Key iPhone supplier Foxconn posted "better-than-expected" profits in its third quarter, with leadership on Tuesday attributing the surprise jump to demand ahead of the holiday season.
The firm -- also known by its official name Hon Hai Precision Industry -- is the world's biggest contract electronics manufacturer and assembles devices for several companies, most notably Apple's iPhones.
It said net profit for July-September rose to Tw$43.1 billion (US$1.3 billion) from Tw$38.8 billion in the same period last year.
"We have entered the traditional peak season in the second half and our operations are set to gradually improve quarter on quarter," CEO Young Liu said during an earnings call.
"These performances were better than expected in the first half of the year."
Tuesday's results follow consecutive quarterly profit misses -- with January-March seeing a drop of 56 percent and a one percent fall in the next three months.
Liu added that he expected "robust growth in revenue" for consumer smart products during the fourth quarter.
Foxconn is China's largest private-sector employer, with more than a million workers nationwide.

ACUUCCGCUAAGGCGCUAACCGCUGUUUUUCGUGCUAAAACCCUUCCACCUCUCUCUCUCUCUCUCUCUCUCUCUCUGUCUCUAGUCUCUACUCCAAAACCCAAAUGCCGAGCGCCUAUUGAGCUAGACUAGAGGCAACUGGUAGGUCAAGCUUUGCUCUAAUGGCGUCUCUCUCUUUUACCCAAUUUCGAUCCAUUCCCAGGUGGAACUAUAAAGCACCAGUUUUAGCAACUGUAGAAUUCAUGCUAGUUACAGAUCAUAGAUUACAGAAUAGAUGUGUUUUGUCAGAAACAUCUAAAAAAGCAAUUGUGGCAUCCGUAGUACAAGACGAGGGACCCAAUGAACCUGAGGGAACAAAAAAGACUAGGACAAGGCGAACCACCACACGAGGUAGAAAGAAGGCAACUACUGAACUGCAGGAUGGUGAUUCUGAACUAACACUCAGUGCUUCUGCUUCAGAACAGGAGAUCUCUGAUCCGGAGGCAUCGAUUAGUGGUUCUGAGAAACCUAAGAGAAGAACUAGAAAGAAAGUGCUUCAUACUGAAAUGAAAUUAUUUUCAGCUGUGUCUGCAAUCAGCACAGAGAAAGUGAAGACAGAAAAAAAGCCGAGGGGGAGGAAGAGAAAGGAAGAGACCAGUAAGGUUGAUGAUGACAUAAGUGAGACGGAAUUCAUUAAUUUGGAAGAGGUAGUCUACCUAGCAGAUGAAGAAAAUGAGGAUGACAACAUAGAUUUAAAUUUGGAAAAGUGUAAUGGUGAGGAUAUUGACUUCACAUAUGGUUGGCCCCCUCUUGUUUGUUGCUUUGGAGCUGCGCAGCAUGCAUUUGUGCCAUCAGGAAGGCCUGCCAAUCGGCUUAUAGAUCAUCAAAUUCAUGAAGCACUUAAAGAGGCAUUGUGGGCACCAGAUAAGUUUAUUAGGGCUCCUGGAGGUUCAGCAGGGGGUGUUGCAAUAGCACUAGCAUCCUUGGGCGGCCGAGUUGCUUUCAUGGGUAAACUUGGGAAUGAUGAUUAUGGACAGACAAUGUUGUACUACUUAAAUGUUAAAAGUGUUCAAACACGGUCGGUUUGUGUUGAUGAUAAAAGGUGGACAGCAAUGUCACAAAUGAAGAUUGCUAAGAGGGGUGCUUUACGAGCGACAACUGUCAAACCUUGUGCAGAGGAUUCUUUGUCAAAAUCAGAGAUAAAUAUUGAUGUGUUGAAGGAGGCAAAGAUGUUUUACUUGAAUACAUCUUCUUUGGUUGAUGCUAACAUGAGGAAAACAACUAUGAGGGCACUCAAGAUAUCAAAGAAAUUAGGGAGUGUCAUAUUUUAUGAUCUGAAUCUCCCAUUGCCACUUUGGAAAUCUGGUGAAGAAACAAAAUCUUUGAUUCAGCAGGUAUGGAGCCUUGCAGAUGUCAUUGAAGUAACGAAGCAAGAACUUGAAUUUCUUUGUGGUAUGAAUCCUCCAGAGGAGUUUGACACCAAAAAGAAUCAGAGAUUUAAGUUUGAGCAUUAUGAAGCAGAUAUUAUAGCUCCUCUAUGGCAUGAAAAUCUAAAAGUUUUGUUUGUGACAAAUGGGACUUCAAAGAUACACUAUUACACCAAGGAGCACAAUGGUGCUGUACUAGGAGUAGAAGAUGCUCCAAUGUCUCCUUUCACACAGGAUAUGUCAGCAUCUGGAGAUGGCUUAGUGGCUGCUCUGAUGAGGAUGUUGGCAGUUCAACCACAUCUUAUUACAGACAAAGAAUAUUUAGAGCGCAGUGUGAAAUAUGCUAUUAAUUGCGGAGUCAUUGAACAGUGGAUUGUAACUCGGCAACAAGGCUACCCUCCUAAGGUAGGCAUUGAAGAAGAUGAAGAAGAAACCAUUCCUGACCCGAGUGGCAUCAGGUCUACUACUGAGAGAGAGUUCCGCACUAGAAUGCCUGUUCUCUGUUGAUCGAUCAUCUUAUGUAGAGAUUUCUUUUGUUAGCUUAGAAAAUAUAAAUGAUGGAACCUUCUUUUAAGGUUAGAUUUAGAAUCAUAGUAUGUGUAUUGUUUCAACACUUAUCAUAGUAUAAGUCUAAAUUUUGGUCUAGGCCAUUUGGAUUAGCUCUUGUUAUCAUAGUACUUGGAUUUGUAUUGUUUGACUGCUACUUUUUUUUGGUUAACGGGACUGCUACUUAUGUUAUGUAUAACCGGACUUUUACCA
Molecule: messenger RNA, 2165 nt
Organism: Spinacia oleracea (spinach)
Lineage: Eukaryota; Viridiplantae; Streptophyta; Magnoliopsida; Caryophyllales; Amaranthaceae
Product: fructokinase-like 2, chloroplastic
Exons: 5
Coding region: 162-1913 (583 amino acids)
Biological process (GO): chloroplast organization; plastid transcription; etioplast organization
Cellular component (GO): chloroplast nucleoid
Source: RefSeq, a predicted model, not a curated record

But the company -- as well as key client Apple -- has been looking to diversify its manufacturing supply chain after it saw production affected by strict Covid restrictions in China and diplomatic tensions with the United States.
Last month, Chinese state-run media Global Times reported that Foxconn was under land use and tax investigations for its sites in central Hunan and Hubei provinces, though no details on the offences were provided.
Chief financial officer David Huang sought to reassure investors during Tuesday's call.
"At present, the group's production and operations are all normal," he said. "We will actively cooperate with the operations of relevant units and hope to complete the relevant work as soon as possible to alleviate everyone's concerns about the uncertainty."
Taiwan's national security chief on Monday said the tax probe was "political", as billionaire founder Terry Gou is running for president of the democratically ruled island.
Liu said he did not "have any crystal ball at this time" on the election outcome, or on China's potential reaction if Gou wins.
"I don't know what's going to happen. But from the management team's point of view, we would have to be prepared for all the possible cases," Liu said. "I wish (Gou) the best -- that's all I can say."
Gou -- who gave up his Foxconn management reins four years ago -- is currently polling last among the major candidates, with Vice President Lai Ching-te the current frontrunner.
Taiwan's Central Election Commission announced Tuesday that Gou had collected enough valid signatures of support, making him eligible to formally register as a candidate.